xlabel('\theta_0'); ylabel('\theta_1');
hold on;
nums_of_theta = size(theta_history, 1);
plot(theta_history(1:nums_of_theta-1, 1), theta_history(1:nums_of_theta-1, 2), 'go', 'MarkerSize', 5, 'LineWidth', 1);
plot(theta(1), theta(2), 'rx', 'MarkerSize', 10, 'LineWidth', 2);


plotData.m
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function plotData(x, y)
%PLOTDATA Plots the data points x and y into a new figure
% PLOTDATA(x,y) plots the data points and gives the figure axes labels of
% population and profit.

figure; % open a new figure window
plot(x, y, 'rx', 'MarkerSize', 10);
xlabel('population'); ylabel('revenue');

end

computeCost.m
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function J = computeCost(X, y, theta)
%COMPUTECOST Compute cost for linear regression
% J = COMPUTECOST(X, y, theta) computes the cost of using theta as the
% parameter for linear regression to fit the data points in X and y

% Initialize some useful values
m = length(y); % number of training examples

% You need to return the following variables correctly
J = 0;

% ====================== YOUR CODE HERE ======================
% Instructions: Compute the cost of a particular choice of theta
% You should set J to the cost.


J = sum((X * theta - y).^2)/(2 * m);

end

gradientDescent.m
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function [theta, J_history, theta_history] = gradientDescent(X, y, theta, alpha, num_iters)
%GRADIENTDESCENT Performs gradient descent to learn theta
% theta = GRADIENTDESCENT(X, y, theta, alpha, num_iters) updates theta by
% taking num_iters gradient steps with learning rate alpha

% Initialize some useful values
m = length(y); % number of training examples
J_history = zeros(num_iters, 1);
theta_history = zeros(num_iters, 2);

for iter = 1:num_iters

% ====================== YOUR CODE HERE ======================
% Instructions: Perform a single gradient step on the parameter vector
% theta.
%
% Hint: While debugging, it can be useful to print out the values
% of the cost function (computeCost) and gradient here.
%
size(X); % 97x2
size(theta); % 2x1
size(y); % 97x1
change = (alpha/m) * (X' * (X * theta - y));
theta = theta - change;

% ============================================================

% Save the cost J in every iteration
J_history(iter) = computeCost(X, y, theta);
theta_history(iter, :) = theta;
end

end


输出:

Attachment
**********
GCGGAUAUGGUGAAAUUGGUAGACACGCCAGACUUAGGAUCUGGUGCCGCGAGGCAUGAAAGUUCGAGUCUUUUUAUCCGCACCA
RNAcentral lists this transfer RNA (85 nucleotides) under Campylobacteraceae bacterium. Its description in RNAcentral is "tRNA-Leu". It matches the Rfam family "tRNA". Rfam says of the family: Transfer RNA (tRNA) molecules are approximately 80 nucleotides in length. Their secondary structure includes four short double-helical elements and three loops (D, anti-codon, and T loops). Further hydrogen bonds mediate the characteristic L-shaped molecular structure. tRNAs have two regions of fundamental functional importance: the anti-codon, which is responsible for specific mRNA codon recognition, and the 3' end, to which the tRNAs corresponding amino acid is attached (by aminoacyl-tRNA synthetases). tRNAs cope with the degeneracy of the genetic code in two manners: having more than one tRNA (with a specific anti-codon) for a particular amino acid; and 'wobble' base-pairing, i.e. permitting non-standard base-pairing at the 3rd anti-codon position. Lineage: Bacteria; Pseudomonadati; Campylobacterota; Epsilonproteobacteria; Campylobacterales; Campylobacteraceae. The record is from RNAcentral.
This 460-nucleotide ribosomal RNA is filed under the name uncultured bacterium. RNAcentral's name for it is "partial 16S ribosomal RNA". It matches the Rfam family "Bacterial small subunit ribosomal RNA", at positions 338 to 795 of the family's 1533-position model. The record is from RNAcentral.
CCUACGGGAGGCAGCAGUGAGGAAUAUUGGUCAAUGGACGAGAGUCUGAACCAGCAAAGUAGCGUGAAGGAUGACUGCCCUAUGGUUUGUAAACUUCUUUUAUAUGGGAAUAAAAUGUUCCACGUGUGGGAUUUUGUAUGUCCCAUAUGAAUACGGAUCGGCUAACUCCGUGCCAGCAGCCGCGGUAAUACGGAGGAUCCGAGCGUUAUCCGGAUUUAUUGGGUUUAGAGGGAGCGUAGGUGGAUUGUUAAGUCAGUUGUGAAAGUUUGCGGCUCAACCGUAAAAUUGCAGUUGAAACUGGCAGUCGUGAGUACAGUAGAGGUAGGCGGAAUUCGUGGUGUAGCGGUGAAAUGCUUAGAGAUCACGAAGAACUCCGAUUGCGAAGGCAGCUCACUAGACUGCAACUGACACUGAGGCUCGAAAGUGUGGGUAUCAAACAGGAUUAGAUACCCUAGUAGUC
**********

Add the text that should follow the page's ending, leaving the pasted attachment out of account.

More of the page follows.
Running warmUpExercise ...
5x5 Identity Matrix:
ans =

Diagonal Matrix

   1   0   0   0   0
   0   1   0   0   0
   0   0   1   0   0
   0   0   0   1   0
   0   0   0   0   1

Program paused. Press enter to continue.
Plotting Data ...
Program paused. Press enter to continue.

Testing the cost function ...
With theta = [0 ; 0]
Cost computed = 32.072734
Expected cost value (approx) 32.07

With theta = [-1 ; 2]
Cost computed = 54.242455
Expected cost value (approx) 54.24
Program paused. Press enter to continue.

Running Gradient Descent ...
Theta found by gradient descent:
-3.630291
1.166362
Expected theta values (approx)
 -3.6303
  1.1664

For population = 35,000, we predict a profit of 4519.767868
For population = 70,000, we predict a profit of 45342.450129
Program paused. Press enter to continue.
Visualizing J(theta_0, theta_1) ...

几张图:



Linear regression with multiple variables

ex1_multi.m

需要注意的是,我们在根据新的数据预测价格的时候,要记得根据之前归一化mu和sigma对新的数据进行相同的处理。这点在帮助文档中也特别提出了。

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%% Machine Learning Online Class
% Exercise 1: Linear regression with multiple variables
%
% Instructions
% ------------
%
% This file contains code that helps you get started on the
% linear regression exercise.
%
% You will need to complete the following functions in this
% exericse:
%
% warmUpExercise.m
% plotData.m
% gradientDescent.m
% computeCost.m
% gradientDescentMulti.m
% computeCostMulti.m
% featureNormalize.m
% normalEqn.m
%
% For this part of the exercise, you will need to change some
% parts of the code below for various experiments (e.g., changing
% learning rates).
%

%% Initialization

%% ================ Part 1: Feature Normalization ================